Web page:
SAMARA – It was April 19 when Oleg Sviridov, rector at the Orenburg State Institute of Management (OSIM), received an unexpected invitation to speak with a top local official.
Eugene Arapov, head of the municipal government of Orenburg, a Russian city near the Kazakhstan border, told Sviridov that by June 1 he wanted all of the international students out of the university's dormitory, located in a city park.
"I was told that nobody needs to see reports on television about black people walking around the park," Sviridov said. "They told me that the African students might rape children." According to the rector, during the meeting the officials went even further, roundly saying that foreigners were not welcome in Orenburg. "And this region is always trying to promote itself as a tolerant and multicultural one," Sviridov said.
OSIM's dormitory, which is home to students from 23 different countries, including Zimbabwe, Congo and Chad, is located on a city-owned wooded park that extends over several hundred hectares. In addition to the dorms, a couple of children's camps are located in the park, although they are separated by fencing.
According to the rector, the students are living legally in the dorms. "They are taken to the university by bus everyday and taken back, they don't have anywhere else to live," Sviridov said. "And saying that the Africans, in particular, might rape children, is absolutely insulting."
Racist attacks against foreigners in Russia are not new, and Amnesty International has said that racism in Russia is "out of control." Attacks on foreigners and foreign students, particularly those who appear obviously non-Russian, such as Africans and East Asians, are not uncommon, although the primary targets of racist rhetoric and violence are people from the Caucasus mountains, such as Chechens, Armenians and Azeris.
Still, for officials to make blatantly anti-immigrant remarks is surprising. After the rector's refusal to move the international students, the city office sent him two official notices "recommending the removal of the foreigners from the proximity of the camps."
In addition, there have been two raids in the dormitory building housing immigrant students. In the second raid, on May 24, immigration agents arrived accompanied by unidentified individuals with guns. "Our bus was stopped by some people with automatic rifles who ordered everyone to turn off their telephone," said Al-Fakikh Cami Akhmed, a student from Yemen. "I turned mine off, but they hit me with the butt of the gun anyway. Later I was told that it was immigration officers. But my documents are in order, I don't understand why they hit me."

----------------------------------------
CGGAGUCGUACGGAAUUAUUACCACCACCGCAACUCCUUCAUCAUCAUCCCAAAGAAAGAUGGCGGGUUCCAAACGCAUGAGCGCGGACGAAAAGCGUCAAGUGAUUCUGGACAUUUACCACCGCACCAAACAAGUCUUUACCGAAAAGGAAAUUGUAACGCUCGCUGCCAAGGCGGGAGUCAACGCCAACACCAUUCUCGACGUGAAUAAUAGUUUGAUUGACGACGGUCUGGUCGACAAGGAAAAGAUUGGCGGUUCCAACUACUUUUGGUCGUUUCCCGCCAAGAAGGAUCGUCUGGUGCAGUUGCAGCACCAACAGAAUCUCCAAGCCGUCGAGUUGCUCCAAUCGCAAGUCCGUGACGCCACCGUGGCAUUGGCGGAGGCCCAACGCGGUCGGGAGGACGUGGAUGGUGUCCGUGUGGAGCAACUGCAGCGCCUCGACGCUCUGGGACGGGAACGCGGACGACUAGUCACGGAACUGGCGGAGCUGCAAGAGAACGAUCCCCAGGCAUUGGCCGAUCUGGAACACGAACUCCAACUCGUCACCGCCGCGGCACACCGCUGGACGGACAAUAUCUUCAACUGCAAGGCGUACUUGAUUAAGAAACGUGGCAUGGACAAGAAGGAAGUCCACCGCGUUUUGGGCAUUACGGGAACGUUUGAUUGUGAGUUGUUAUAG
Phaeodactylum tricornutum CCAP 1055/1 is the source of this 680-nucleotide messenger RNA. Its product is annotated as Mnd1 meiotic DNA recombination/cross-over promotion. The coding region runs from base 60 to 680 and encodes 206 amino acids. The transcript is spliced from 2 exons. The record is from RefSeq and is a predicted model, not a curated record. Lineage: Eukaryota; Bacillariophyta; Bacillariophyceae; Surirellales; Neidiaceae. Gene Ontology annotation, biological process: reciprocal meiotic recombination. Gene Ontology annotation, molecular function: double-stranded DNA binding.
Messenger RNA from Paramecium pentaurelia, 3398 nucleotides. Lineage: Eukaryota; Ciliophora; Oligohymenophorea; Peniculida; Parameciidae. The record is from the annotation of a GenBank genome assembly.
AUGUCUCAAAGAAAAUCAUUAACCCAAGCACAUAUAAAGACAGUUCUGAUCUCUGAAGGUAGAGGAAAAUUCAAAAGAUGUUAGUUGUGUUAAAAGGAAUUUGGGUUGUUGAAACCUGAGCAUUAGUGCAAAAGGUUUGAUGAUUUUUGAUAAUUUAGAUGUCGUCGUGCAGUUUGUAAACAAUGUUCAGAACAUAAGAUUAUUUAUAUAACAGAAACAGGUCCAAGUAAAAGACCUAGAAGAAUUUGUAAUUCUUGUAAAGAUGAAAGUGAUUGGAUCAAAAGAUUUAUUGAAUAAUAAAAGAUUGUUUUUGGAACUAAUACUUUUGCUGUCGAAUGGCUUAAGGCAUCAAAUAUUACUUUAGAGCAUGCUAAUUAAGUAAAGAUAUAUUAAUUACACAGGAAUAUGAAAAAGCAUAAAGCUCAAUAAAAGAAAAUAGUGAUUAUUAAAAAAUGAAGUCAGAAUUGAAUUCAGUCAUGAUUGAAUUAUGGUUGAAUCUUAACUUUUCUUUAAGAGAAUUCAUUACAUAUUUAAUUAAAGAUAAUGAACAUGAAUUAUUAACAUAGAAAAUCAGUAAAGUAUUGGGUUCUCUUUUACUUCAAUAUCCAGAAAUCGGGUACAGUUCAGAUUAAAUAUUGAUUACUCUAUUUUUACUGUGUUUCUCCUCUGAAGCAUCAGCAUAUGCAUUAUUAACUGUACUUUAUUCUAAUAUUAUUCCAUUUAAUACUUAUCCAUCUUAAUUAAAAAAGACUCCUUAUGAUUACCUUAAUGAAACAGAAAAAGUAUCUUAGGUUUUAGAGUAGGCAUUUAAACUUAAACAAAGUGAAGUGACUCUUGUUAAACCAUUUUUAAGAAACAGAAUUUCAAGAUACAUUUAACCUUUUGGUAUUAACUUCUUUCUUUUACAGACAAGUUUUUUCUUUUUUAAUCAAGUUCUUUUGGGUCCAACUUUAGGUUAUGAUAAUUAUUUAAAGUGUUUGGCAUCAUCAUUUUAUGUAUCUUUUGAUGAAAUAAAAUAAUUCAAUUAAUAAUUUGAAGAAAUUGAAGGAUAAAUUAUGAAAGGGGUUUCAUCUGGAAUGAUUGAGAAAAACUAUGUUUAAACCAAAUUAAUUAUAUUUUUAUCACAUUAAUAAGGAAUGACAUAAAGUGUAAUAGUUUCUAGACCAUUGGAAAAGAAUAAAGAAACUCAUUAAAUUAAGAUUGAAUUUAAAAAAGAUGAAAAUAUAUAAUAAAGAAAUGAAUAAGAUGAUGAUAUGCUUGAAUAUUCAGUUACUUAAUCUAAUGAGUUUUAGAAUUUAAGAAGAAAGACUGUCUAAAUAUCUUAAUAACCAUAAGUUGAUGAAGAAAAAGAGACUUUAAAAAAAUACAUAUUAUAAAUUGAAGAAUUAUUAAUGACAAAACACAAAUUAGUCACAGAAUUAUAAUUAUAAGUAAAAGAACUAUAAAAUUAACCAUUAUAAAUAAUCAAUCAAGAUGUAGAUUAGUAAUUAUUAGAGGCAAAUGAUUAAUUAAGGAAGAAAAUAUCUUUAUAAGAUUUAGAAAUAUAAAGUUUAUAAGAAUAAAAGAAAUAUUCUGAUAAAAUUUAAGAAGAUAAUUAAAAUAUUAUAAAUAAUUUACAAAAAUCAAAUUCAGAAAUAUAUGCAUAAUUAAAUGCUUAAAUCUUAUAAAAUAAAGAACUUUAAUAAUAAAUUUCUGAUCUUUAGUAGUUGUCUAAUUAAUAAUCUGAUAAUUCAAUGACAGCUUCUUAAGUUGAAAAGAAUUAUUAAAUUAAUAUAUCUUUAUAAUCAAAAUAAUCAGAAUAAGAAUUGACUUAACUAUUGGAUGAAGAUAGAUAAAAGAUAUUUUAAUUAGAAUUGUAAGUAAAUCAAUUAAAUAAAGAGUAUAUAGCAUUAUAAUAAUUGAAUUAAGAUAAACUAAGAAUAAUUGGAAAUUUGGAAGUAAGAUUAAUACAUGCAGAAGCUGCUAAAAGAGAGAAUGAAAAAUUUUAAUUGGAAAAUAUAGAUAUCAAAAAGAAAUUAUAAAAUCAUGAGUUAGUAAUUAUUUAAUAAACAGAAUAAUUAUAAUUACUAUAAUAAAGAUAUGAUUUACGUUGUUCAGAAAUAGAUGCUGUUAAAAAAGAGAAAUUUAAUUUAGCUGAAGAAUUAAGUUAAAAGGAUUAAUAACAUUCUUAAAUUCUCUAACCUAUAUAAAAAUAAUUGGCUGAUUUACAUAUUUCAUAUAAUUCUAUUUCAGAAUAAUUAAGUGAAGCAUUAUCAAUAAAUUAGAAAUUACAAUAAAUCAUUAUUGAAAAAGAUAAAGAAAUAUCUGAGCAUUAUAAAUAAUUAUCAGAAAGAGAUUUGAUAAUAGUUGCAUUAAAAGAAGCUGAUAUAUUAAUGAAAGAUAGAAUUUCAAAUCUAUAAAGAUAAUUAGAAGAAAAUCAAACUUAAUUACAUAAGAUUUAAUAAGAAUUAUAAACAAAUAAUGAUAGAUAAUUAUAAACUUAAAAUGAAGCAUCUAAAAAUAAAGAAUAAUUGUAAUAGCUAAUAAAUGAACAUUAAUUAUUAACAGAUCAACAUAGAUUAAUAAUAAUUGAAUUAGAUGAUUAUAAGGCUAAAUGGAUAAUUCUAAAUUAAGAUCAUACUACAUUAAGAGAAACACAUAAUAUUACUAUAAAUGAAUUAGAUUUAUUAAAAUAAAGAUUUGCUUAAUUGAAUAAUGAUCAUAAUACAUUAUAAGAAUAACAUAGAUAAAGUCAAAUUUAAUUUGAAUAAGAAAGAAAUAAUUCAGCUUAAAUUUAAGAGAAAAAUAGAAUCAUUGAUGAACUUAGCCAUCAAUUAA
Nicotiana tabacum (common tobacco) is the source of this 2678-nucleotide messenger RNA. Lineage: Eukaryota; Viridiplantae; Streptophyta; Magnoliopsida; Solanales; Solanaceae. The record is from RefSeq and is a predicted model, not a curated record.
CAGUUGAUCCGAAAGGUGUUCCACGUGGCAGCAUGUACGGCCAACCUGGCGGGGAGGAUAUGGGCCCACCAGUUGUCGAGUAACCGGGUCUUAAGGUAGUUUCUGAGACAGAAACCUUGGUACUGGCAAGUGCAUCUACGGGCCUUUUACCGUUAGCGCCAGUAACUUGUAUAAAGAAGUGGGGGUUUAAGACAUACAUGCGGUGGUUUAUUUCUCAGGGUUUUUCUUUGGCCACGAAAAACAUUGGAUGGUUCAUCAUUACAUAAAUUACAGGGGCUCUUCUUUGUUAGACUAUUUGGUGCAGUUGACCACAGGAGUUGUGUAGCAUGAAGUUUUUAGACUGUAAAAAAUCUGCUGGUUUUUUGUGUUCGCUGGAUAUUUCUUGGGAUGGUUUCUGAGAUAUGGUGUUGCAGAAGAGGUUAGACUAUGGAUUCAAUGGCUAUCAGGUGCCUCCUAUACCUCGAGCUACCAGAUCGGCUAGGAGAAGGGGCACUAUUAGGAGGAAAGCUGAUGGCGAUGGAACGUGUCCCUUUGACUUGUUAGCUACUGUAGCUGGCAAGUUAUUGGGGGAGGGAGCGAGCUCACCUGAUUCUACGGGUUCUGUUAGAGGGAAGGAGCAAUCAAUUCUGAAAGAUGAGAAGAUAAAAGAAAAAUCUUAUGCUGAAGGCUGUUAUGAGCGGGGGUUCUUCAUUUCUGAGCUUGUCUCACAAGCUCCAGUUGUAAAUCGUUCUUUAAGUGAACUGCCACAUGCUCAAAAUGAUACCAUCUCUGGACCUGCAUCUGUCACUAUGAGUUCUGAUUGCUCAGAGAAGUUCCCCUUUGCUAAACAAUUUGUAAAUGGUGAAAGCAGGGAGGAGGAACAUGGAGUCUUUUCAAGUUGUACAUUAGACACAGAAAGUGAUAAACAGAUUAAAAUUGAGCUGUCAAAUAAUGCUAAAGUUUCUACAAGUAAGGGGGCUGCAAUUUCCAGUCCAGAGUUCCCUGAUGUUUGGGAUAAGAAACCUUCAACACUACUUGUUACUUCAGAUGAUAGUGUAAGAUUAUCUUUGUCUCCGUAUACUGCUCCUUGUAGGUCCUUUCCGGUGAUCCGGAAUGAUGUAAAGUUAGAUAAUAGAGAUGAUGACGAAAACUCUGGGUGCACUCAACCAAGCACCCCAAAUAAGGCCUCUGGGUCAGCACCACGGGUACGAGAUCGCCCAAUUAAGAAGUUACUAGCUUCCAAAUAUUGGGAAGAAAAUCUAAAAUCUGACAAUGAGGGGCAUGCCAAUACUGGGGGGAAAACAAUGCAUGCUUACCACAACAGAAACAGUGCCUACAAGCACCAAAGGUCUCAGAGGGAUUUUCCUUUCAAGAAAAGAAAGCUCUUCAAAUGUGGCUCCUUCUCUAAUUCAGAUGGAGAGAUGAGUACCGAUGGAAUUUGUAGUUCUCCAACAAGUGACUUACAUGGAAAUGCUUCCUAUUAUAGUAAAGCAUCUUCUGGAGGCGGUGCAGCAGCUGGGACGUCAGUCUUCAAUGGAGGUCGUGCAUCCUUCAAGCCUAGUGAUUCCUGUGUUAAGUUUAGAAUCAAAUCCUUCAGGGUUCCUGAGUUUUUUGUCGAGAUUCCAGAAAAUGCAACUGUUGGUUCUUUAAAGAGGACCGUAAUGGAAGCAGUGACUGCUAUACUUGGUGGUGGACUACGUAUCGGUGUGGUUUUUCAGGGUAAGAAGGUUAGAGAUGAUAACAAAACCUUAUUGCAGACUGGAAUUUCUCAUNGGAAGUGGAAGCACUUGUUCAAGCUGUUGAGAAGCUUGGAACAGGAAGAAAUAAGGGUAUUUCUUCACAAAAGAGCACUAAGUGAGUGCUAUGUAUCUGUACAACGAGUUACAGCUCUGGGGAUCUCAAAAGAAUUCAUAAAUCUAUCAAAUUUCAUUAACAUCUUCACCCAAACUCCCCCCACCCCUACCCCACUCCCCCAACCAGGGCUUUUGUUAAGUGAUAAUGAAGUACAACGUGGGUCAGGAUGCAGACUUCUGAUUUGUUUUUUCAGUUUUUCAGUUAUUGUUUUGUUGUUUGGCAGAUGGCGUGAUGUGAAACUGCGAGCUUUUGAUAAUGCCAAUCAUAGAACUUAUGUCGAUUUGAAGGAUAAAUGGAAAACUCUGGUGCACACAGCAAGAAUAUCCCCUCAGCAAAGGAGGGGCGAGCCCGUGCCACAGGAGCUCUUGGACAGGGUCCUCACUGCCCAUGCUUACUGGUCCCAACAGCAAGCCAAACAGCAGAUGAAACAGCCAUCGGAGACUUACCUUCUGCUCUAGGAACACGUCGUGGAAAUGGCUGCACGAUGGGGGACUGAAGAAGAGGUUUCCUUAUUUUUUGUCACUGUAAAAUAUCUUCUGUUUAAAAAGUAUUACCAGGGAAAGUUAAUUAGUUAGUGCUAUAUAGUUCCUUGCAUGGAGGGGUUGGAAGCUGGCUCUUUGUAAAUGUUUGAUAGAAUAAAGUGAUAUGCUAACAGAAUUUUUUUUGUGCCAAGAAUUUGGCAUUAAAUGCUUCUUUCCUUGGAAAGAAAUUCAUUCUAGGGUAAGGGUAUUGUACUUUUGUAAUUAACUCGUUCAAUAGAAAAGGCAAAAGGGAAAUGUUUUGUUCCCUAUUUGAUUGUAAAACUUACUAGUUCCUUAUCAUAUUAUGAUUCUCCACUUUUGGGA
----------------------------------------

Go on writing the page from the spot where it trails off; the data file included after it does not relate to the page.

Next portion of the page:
The rector noted that the foreign students in Russia arrive thanks to inter-governmental agreements, including many children of diplomats. "Of course, they wrote a complaint about the illegal actions of the immigration service. We have asked the prosecutor's office to investigate," Sviridov said.
Last Friday, students from OSIM protested in the street, carrying signs that said "We are against lawlessness in the immigration service," and "We came to study." The cost for a foreign student to study at a university in Russia starts at $1,800 per semester.
Federal Migration Service in Orenburg admits to carrying out an unplanned raid in the University's dormitory. "But our agents did not break in anyway, and they were unarmed," an official of the Migration Service said, stressing that they did find one student who was living in the dormitory building illegally during the raid.
The city of Orenburg refused to comment on the situation for this article, saying only that in the camps next to the dormitory, "there are 14-year-old girls, and the symbolic security guard doesn't stop anyone." The Orenburg regional prosecutor's office has not yet received an official complaint from OSIM.
The city's actions have been welcomed by radical nationalists. "This is the first time that the government is taking care of the population," said the former leader of the outlawed nationalist group Movement Against Illegal Immigration Aleksandr Belov. "There was obviously something going on, there is no smoke without fire. At the end of the day, everyone knows that a dormitory with African students is a hotspot for narco-traffickers. Without preventative actions it is difficult to fight, because while you're tracking down the criminal, he or she will have fled home."
The Ministry of Education and Sciences stands with OSIM. Their press-office explained that OSIM has 125 registered foreign students. "They have a registration and have been given a place in the dorms in complete accordance with the law," the press office said.
Rights works say that the situation in Orenburg is egregious. "This is unprecedented in Russia, that officials can say these kind of things about people with dark skin, without any kind of reason, saying they are all potential rapists," said Aleksandr Verkhovskii, head of a research center focused on xenophobia in Russia. "Unfortunately, it will be hard to hold them responsible for these kinds of remarks."
"We are always talking about multiculturalism, holding tolerance programs, but in reality very little changes," said Stefaniya Kulaeva. "This could happen in any city in Russia."
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